NVIDIA and Microsoft to accelerate AI cloud computing

NVIDIA and Microsoft are working on a new hyperscale GPU accelerator that will provide hyperscale data centres with a fast, flexible path for artificial intelligence (AI).

The new HGX-1 hyperscale GPU accelerator is an open-source design released in conjunction with Microsoft’s Project Olympus.

HGX-1 does for cloud-based AI workloads what ATX — Advanced Technology eXtended — did for PC motherboards when it was introduced more than two decades ago. It establishes an industry standard that can be rapidly and efficiently embraced to help meet surging market demand.

The new architecture is designed to meet the exploding demand for AI computing in the cloud — in fields such as autonomous driving, personalised healthcare, superhuman voice recognition, data and video analytics, and molecular simulations.

“AI is a new computing model that requires a new architecture. The HGX-1 hyperscale GPU accelerator will do for AI cloud computing what the ATX standard did to make PCs pervasive today. It will enable cloud-service providers to easily adopt NVIDIA GPUs to meet surging demand for AI computing,” said said Jen-Hsun Huang, Founder and Chief Executive Officer of NVIDIA.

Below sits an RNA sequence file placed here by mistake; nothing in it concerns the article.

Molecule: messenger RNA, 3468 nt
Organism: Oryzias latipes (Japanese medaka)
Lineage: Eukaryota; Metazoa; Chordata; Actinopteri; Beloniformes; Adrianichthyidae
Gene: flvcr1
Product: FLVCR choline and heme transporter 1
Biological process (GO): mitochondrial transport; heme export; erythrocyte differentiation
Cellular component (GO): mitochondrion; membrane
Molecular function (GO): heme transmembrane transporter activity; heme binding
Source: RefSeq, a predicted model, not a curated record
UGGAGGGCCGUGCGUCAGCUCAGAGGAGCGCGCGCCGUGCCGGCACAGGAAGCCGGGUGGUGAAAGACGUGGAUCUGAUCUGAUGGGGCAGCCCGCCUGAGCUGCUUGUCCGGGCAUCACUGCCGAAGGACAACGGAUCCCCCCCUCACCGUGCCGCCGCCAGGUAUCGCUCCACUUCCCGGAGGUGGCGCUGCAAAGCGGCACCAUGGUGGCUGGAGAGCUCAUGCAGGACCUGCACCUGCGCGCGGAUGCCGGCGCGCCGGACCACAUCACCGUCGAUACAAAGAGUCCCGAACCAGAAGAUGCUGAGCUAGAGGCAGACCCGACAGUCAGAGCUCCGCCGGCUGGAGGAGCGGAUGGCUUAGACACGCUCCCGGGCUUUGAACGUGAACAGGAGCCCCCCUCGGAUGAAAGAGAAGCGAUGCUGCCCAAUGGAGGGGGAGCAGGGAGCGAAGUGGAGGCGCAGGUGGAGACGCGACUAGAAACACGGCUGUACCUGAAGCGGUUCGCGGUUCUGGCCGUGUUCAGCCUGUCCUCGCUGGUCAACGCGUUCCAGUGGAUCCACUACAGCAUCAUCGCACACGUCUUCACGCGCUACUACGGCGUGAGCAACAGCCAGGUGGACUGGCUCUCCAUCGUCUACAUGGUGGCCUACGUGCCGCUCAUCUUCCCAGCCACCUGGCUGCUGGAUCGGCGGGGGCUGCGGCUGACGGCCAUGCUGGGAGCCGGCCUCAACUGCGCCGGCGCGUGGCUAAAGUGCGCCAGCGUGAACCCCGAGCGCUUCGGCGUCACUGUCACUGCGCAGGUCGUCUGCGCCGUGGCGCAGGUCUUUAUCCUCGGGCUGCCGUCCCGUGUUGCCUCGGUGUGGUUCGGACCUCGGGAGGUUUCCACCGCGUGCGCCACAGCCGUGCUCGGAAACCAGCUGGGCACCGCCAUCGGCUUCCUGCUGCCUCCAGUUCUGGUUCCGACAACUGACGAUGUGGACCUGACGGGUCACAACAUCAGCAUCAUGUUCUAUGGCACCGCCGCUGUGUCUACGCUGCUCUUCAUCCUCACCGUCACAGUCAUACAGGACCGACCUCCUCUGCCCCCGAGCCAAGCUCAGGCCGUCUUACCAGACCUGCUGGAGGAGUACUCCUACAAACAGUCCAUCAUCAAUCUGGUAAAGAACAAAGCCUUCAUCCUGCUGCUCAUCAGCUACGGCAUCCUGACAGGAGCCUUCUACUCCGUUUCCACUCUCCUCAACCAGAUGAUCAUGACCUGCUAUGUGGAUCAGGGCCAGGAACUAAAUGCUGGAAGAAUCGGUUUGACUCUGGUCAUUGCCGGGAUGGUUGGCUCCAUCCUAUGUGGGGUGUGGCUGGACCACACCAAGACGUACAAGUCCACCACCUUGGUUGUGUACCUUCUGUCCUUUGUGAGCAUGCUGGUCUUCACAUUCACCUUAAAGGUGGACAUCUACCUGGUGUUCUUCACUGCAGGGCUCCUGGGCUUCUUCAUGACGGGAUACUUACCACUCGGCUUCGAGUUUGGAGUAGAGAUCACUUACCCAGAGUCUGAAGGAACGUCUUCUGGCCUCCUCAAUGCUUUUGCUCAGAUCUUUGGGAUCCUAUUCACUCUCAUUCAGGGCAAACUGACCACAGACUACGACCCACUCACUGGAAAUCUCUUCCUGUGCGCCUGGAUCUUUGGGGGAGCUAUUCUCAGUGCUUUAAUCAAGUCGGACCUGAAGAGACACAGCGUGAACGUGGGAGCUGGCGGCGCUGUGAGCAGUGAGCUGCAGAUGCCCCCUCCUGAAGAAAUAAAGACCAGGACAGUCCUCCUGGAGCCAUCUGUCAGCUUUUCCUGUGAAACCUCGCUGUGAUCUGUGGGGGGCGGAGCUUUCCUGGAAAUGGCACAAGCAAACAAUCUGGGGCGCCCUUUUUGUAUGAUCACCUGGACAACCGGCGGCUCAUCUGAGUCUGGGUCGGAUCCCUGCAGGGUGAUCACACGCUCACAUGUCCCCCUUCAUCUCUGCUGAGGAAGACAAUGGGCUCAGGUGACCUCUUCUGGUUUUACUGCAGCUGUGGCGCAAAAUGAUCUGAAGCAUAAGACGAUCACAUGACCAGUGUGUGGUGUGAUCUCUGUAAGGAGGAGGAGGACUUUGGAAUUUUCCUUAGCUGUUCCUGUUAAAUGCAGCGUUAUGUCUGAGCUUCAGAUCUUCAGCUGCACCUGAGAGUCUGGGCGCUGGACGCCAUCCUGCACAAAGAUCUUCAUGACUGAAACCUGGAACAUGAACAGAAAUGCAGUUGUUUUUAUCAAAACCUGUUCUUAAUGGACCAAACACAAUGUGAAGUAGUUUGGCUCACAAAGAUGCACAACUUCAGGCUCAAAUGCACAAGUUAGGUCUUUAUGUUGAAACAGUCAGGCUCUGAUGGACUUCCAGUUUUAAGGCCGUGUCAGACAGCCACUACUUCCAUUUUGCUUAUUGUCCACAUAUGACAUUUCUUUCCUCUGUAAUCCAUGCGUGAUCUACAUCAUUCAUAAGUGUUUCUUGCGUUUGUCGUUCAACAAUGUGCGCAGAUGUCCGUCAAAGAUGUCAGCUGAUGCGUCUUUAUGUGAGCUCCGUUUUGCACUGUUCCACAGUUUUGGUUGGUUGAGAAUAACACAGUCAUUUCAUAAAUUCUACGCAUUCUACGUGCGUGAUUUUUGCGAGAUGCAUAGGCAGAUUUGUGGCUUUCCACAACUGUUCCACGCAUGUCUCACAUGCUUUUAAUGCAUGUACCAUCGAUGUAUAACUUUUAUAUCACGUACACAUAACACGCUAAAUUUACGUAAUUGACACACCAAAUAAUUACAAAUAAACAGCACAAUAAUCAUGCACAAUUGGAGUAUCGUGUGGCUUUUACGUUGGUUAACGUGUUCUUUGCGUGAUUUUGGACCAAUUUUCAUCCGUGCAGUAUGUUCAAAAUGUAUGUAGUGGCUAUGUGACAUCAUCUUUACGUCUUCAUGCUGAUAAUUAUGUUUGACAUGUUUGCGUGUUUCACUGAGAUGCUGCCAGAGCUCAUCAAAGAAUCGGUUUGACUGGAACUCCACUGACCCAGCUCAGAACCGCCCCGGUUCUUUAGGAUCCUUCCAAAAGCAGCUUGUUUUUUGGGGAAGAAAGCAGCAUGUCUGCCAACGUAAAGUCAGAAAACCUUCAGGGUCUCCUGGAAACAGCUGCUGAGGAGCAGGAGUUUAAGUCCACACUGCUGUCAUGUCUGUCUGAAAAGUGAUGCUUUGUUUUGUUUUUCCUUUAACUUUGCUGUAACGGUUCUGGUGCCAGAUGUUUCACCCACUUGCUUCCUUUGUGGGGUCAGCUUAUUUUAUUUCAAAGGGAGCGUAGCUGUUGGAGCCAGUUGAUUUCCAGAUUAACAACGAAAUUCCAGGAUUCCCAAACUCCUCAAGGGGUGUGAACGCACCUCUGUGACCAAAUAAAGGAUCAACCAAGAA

“The HGX-1 AI accelerator provides extreme performance scalability to meet the demanding requirements of fast-growing machine learning workloads, and its unique design allows it to be easily adopted into existing data centers around the world,” wrote Kushagra Vaid, General Manager and Distinguished Engineer, Azure Hardware Infrastructure, Microsoft, in a blog post.

For the thousands of enterprises and startups worldwide that are investing in AI and adopting AI-based approaches, the HGX-1 architecture provides unprecedented configurability and performance in the cloud.

Powered by eight NVIDIA Tesla P100 GPUs in each chassis, it features an innovative switching design — based on NVIDIA NVLink interconnect technology and the PCIe standard — enabling a CPU to dynamically connect to any number of GPUs. This allows cloud service providers that standardize on the HGX-1 infrastructure to offer customers a range of CPU and GPU machine instance configurations.

Cloud workloads are more diverse and complex than ever. AI training, inferencing and HPC workloads run optimally on different system configurations, with a CPU attached to a varying number of GPUs. The highly modular design of the HGX-1 allows for optimal performance no matter the workload. It provides up to 100x faster deep learning performance compared with legacy CPU-based servers, and is estimated at one-fifth the cost for conducting AI training and one-tenth the cost for AI inferencing.

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